The LGBT community has always been a community that stands for love and acceptance. It’s a community that makes you feel safe and loved, no matter how you identify and who you like. However, there is a big paradox within the LGBT community. That paradox is called biphobia or in other words, crowding out bisexual people.
For starters, we need to explain what biphobia means. Biphobia is often defined as an aversion towards people who identify as bisexual and towards bisexuality as a whole. A bisexual person can experience biphobia from within the LGBT community or from a heterosexual person. In this article, we are going to discuss the biphobic behavior within the LGBT community and how the LGBT community is crowding out bi-curious and bisexual people from within the community.
1: Bisexual erasure
The first thing that harms bisexual people worldwide is something called bisexual erasure. What is bisexual erasure, you may wonder? Bisexual erasure is denying bisexuality as a real sexual orientation. In other words, you don’t think that it’s possible for someone to be attracted or to feel love towards more than just one gender. It’s either that or people tend to believe that coming out as bisexual is the first step in the plan to come out as homosexual. That’s why when people come out as bisexual, they are met with “Oh sure…” or “Can’t wait for you to come out fully.”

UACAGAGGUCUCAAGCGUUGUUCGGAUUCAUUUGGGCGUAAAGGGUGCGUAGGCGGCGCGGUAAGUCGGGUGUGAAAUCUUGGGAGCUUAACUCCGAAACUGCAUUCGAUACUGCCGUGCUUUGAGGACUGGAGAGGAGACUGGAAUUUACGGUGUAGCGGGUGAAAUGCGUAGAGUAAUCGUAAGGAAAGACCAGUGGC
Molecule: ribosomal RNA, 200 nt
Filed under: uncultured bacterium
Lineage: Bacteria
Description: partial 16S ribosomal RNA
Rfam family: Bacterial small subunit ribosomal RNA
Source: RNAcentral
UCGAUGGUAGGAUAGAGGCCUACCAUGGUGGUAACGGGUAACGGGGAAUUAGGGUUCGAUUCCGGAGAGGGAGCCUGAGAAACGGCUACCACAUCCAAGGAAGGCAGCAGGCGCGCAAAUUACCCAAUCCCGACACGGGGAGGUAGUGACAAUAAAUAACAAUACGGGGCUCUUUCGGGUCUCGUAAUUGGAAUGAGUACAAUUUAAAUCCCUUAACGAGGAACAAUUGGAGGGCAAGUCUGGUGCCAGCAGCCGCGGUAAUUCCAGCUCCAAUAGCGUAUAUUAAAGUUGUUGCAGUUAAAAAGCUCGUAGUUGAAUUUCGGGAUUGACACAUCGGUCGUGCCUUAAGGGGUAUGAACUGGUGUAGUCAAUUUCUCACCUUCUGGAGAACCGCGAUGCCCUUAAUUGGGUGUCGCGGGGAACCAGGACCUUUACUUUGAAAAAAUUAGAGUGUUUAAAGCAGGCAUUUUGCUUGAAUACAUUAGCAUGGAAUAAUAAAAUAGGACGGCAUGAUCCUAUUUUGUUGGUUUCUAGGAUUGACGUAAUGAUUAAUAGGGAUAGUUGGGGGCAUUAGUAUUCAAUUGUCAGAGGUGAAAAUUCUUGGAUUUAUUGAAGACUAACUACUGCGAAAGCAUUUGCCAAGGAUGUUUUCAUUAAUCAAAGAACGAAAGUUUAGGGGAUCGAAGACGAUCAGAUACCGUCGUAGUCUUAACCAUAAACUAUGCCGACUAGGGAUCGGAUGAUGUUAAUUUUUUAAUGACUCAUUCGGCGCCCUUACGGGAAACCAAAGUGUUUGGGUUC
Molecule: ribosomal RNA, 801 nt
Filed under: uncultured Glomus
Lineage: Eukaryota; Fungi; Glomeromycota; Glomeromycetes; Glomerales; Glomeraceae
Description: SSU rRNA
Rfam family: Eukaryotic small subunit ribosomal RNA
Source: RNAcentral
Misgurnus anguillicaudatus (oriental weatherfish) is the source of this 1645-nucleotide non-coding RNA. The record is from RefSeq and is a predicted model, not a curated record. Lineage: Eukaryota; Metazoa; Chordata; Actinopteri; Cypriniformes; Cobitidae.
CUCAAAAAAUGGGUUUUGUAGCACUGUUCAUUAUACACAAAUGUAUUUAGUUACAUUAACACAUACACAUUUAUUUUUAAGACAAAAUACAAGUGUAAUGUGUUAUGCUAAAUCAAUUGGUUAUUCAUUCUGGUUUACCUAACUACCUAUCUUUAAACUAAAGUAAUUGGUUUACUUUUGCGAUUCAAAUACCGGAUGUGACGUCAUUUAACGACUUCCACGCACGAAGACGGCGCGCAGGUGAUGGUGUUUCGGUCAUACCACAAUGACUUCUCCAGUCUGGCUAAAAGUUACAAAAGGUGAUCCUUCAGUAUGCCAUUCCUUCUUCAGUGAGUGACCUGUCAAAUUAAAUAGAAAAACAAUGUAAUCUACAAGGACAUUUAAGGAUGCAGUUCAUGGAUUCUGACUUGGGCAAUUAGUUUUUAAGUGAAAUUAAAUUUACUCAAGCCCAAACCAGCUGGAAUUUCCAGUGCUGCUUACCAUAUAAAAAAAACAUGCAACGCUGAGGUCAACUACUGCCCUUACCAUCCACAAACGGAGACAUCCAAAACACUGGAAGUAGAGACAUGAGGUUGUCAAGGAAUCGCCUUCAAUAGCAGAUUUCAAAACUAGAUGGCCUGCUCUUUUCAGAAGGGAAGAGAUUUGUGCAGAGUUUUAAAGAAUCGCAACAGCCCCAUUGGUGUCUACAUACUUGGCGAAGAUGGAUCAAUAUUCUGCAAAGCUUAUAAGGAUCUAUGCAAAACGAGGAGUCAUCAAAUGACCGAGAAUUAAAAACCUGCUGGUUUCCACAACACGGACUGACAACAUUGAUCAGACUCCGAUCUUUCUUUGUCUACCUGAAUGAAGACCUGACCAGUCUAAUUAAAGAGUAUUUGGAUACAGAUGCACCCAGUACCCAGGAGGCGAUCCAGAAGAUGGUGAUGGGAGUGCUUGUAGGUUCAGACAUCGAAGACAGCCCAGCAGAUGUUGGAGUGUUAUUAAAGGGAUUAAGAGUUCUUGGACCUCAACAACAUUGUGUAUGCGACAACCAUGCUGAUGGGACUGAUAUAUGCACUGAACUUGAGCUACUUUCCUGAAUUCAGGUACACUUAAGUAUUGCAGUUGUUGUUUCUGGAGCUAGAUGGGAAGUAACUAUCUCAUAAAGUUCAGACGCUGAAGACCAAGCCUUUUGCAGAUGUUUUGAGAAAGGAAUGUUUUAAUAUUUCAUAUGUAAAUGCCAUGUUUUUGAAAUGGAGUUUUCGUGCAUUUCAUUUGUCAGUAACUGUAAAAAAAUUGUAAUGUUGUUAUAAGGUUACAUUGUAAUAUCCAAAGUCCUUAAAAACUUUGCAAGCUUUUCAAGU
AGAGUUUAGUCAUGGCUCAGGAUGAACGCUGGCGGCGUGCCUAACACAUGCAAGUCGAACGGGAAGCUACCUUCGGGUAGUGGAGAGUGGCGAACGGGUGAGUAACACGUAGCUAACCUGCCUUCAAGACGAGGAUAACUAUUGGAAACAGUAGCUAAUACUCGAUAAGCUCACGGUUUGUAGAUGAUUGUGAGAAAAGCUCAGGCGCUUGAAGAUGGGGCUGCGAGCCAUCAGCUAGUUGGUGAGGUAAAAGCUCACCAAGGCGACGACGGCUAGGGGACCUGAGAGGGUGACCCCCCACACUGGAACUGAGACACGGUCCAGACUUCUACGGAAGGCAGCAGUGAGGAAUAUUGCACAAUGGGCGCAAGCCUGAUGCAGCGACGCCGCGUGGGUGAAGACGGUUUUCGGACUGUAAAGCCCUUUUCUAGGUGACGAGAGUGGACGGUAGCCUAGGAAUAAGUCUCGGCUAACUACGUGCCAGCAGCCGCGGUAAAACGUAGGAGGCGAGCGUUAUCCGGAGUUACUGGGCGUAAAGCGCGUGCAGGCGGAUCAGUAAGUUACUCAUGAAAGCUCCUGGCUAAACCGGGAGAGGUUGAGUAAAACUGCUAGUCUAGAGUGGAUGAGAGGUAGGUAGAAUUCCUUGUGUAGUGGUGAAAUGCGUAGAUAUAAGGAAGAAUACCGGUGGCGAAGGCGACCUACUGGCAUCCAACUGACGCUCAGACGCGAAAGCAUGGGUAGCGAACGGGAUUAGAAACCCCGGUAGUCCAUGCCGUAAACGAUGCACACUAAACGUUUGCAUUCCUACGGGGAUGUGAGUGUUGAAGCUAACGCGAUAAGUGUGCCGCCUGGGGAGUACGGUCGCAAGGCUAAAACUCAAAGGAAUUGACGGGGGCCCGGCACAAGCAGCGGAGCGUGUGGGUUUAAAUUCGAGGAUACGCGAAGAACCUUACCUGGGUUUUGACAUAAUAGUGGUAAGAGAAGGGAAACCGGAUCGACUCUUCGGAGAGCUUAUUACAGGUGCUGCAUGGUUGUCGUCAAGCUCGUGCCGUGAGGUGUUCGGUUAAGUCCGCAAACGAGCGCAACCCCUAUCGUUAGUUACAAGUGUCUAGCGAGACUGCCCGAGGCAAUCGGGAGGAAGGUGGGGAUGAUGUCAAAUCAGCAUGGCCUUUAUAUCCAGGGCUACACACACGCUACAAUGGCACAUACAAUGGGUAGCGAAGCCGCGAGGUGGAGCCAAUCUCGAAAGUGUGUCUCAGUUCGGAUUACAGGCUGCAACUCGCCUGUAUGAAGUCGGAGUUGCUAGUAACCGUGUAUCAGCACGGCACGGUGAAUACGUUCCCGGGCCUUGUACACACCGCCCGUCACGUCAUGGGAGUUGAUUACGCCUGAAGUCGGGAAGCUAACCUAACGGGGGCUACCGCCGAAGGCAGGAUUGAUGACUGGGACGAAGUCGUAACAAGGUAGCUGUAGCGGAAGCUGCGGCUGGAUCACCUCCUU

2: Negative stereotypes
As previously mentioned, even to this day, there is a lot of stigma and prejudice when it comes to LGBT people. Especially when it comes to bisexual people. With bisexual people, there is a stereotype that they are obsessed with sex, that they can’t be monogamous and that they cheat all the time, that they can’t be trusted, that they are selfish and greedy since they can’t “choose a side” or that they are “going through a phase”.
3: Bisexual men vs. bisexual women
Some studies have shown that bisexual women have it harder than bisexual men due to the stigma around it. It is not uncommon in the LGBT community that lesbians reject bisexual women as their potential partners. The study shed some light on a new occurrence – gay men and lesbians tend to perceive people who identify as bisexual to be more sexually attracted to men than women. In other words, they understand bisexual men as “closeted gays,” and they perceive bisexual women as straight women who want attention.
4: Never enough
It is not uncommon that a bisexual person feels like they are not “straight enough” and “not gay enough” to belong to any group or community. They are often not entirely accepted amongst straight people due to not being “fully” straight, and they are usually not truly accepted by the LGBT community for not being “gay enough.”